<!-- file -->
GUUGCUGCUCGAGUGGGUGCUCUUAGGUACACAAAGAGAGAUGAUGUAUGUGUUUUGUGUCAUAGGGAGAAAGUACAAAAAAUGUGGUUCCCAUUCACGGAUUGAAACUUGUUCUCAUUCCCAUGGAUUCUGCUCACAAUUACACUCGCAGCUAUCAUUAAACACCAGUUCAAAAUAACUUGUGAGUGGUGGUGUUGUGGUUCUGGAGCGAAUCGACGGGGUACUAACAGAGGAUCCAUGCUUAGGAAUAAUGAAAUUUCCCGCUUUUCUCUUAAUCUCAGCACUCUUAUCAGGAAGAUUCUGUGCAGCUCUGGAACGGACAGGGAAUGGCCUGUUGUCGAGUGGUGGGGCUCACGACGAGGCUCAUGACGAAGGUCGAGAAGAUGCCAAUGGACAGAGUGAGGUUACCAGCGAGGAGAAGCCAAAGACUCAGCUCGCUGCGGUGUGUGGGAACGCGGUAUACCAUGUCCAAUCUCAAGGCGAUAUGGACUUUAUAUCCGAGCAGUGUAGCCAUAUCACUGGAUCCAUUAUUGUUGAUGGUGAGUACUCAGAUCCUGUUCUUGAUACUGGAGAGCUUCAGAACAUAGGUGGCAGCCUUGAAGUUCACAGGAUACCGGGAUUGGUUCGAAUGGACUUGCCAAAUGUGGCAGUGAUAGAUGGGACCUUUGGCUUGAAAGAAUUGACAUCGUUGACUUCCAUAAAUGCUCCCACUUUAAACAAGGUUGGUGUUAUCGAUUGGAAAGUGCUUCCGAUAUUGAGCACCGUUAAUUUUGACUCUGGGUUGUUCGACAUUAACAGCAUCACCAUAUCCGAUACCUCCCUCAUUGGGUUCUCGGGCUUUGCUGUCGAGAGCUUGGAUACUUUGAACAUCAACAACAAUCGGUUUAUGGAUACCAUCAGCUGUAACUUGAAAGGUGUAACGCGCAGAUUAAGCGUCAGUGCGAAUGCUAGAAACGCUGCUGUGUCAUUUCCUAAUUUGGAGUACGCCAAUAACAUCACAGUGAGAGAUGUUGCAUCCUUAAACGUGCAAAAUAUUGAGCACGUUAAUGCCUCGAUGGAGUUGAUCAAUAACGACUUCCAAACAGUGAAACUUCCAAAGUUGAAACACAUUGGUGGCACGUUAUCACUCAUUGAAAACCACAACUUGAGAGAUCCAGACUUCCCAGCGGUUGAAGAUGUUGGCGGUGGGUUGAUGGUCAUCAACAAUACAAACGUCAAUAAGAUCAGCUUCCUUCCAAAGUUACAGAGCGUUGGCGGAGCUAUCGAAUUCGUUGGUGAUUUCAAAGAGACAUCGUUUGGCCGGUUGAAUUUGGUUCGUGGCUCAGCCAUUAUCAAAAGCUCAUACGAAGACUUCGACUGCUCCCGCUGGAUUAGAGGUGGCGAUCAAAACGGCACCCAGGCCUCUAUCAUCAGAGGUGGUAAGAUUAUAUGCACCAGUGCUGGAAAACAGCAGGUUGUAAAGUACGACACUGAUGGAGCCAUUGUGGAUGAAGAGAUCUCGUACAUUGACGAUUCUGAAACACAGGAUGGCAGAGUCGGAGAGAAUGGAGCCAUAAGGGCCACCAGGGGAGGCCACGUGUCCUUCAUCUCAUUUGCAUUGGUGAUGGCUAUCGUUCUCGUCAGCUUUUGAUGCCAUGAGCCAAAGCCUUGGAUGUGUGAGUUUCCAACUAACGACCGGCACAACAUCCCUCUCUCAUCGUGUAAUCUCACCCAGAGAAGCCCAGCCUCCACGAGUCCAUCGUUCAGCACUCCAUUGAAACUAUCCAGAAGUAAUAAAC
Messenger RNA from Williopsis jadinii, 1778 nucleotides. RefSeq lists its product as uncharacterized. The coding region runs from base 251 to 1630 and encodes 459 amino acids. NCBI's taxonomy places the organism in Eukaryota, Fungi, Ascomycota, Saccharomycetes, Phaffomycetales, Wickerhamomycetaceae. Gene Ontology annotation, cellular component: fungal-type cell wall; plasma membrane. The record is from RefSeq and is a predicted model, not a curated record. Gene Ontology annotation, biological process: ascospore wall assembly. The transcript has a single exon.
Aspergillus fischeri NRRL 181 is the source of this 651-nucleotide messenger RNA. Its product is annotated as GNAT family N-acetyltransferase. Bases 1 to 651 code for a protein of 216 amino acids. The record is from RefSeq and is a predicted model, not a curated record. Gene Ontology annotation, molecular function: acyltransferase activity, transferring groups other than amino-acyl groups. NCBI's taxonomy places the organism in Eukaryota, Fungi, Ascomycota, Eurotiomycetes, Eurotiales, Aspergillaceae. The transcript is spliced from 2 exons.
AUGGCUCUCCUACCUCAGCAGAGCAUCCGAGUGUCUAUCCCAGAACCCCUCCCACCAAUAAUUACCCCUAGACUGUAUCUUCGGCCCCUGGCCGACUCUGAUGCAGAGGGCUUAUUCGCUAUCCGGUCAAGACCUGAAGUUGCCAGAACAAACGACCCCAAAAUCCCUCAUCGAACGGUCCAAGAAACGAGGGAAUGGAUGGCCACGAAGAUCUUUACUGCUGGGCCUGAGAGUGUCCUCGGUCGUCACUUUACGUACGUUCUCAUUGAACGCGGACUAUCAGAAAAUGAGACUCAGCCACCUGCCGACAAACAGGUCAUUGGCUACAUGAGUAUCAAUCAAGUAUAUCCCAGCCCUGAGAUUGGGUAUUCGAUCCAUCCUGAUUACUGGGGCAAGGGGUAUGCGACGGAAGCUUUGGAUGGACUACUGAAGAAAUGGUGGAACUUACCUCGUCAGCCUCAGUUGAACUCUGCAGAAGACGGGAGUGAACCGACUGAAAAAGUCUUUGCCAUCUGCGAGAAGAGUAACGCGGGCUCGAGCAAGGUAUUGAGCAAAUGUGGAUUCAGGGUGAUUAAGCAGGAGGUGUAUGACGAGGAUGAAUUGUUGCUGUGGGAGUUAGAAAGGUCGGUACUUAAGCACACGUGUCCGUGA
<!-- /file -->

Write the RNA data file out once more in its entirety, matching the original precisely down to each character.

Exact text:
GUUGCUGCUCGAGUGGGUGCUCUUAGGUACACAAAGAGAGAUGAUGUAUGUGUUUUGUGUCAUAGGGAGAAAGUACAAAAAAUGUGGUUCCCAUUCACGGAUUGAAACUUGUUCUCAUUCCCAUGGAUUCUGCUCACAAUUACACUCGCAGCUAUCAUUAAACACCAGUUCAAAAUAACUUGUGAGUGGUGGUGUUGUGGUUCUGGAGCGAAUCGACGGGGUACUAACAGAGGAUCCAUGCUUAGGAAUAAUGAAAUUUCCCGCUUUUCUCUUAAUCUCAGCACUCUUAUCAGGAAGAUUCUGUGCAGCUCUGGAACGGACAGGGAAUGGCCUGUUGUCGAGUGGUGGGGCUCACGACGAGGCUCAUGACGAAGGUCGAGAAGAUGCCAAUGGACAGAGUGAGGUUACCAGCGAGGAGAAGCCAAAGACUCAGCUCGCUGCGGUGUGUGGGAACGCGGUAUACCAUGUCCAAUCUCAAGGCGAUAUGGACUUUAUAUCCGAGCAGUGUAGCCAUAUCACUGGAUCCAUUAUUGUUGAUGGUGAGUACUCAGAUCCUGUUCUUGAUACUGGAGAGCUUCAGAACAUAGGUGGCAGCCUUGAAGUUCACAGGAUACCGGGAUUGGUUCGAAUGGACUUGCCAAAUGUGGCAGUGAUAGAUGGGACCUUUGGCUUGAAAGAAUUGACAUCGUUGACUUCCAUAAAUGCUCCCACUUUAAACAAGGUUGGUGUUAUCGAUUGGAAAGUGCUUCCGAUAUUGAGCACCGUUAAUUUUGACUCUGGGUUGUUCGACAUUAACAGCAUCACCAUAUCCGAUACCUCCCUCAUUGGGUUCUCGGGCUUUGCUGUCGAGAGCUUGGAUACUUUGAACAUCAACAACAAUCGGUUUAUGGAUACCAUCAGCUGUAACUUGAAAGGUGUAACGCGCAGAUUAAGCGUCAGUGCGAAUGCUAGAAACGCUGCUGUGUCAUUUCCUAAUUUGGAGUACGCCAAUAACAUCACAGUGAGAGAUGUUGCAUCCUUAAACGUGCAAAAUAUUGAGCACGUUAAUGCCUCGAUGGAGUUGAUCAAUAACGACUUCCAAACAGUGAAACUUCCAAAGUUGAAACACAUUGGUGGCACGUUAUCACUCAUUGAAAACCACAACUUGAGAGAUCCAGACUUCCCAGCGGUUGAAGAUGUUGGCGGUGGGUUGAUGGUCAUCAACAAUACAAACGUCAAUAAGAUCAGCUUCCUUCCAAAGUUACAGAGCGUUGGCGGAGCUAUCGAAUUCGUUGGUGAUUUCAAAGAGACAUCGUUUGGCCGGUUGAAUUUGGUUCGUGGCUCAGCCAUUAUCAAAAGCUCAUACGAAGACUUCGACUGCUCCCGCUGGAUUAGAGGUGGCGAUCAAAACGGCACCCAGGCCUCUAUCAUCAGAGGUGGUAAGAUUAUAUGCACCAGUGCUGGAAAACAGCAGGUUGUAAAGUACGACACUGAUGGAGCCAUUGUGGAUGAAGAGAUCUCGUACAUUGACGAUUCUGAAACACAGGAUGGCAGAGUCGGAGAGAAUGGAGCCAUAAGGGCCACCAGGGGAGGCCACGUGUCCUUCAUCUCAUUUGCAUUGGUGAUGGCUAUCGUUCUCGUCAGCUUUUGAUGCCAUGAGCCAAAGCCUUGGAUGUGUGAGUUUCCAACUAACGACCGGCACAACAUCCCUCUCUCAUCGUGUAAUCUCACCCAGAGAAGCCCAGCCUCCACGAGUCCAUCGUUCAGCACUCCAUUGAAACUAUCCAGAAGUAAUAAAC
Messenger RNA from Williopsis jadinii, 1778 nucleotides. RefSeq lists its product as uncharacterized. The coding region runs from base 251 to 1630 and encodes 459 amino acids. NCBI's taxonomy places the organism in Eukaryota, Fungi, Ascomycota, Saccharomycetes, Phaffomycetales, Wickerhamomycetaceae. Gene Ontology annotation, cellular component: fungal-type cell wall; plasma membrane. The record is from RefSeq and is a predicted model, not a curated record. Gene Ontology annotation, biological process: ascospore wall assembly. The transcript has a single exon.
Aspergillus fischeri NRRL 181 is the source of this 651-nucleotide messenger RNA. Its product is annotated as GNAT family N-acetyltransferase. Bases 1 to 651 code for a protein of 216 amino acids. The record is from RefSeq and is a predicted model, not a curated record. Gene Ontology annotation, molecular function: acyltransferase activity, transferring groups other than amino-acyl groups. NCBI's taxonomy places the organism in Eukaryota, Fungi, Ascomycota, Eurotiomycetes, Eurotiales, Aspergillaceae. The transcript is spliced from 2 exons.
AUGGCUCUCCUACCUCAGCAGAGCAUCCGAGUGUCUAUCCCAGAACCCCUCCCACCAAUAAUUACCCCUAGACUGUAUCUUCGGCCCCUGGCCGACUCUGAUGCAGAGGGCUUAUUCGCUAUCCGGUCAAGACCUGAAGUUGCCAGAACAAACGACCCCAAAAUCCCUCAUCGAACGGUCCAAGAAACGAGGGAAUGGAUGGCCACGAAGAUCUUUACUGCUGGGCCUGAGAGUGUCCUCGGUCGUCACUUUACGUACGUUCUCAUUGAACGCGGACUAUCAGAAAAUGAGACUCAGCCACCUGCCGACAAACAGGUCAUUGGCUACAUGAGUAUCAAUCAAGUAUAUCCCAGCCCUGAGAUUGGGUAUUCGAUCCAUCCUGAUUACUGGGGCAAGGGGUAUGCGACGGAAGCUUUGGAUGGACUACUGAAGAAAUGGUGGAACUUACCUCGUCAGCCUCAGUUGAACUCUGCAGAAGACGGGAGUGAACCGACUGAAAAAGUCUUUGCCAUCUGCGAGAAGAGUAACGCGGGCUCGAGCAAGGUAUUGAGCAAAUGUGGAUUCAGGGUGAUUAAGCAGGAGGUGUAUGACGAGGAUGAAUUGUUGCUGUGGGAGUUAGAAAGGUCGGUACUUAAGCACACGUGUCCGUGA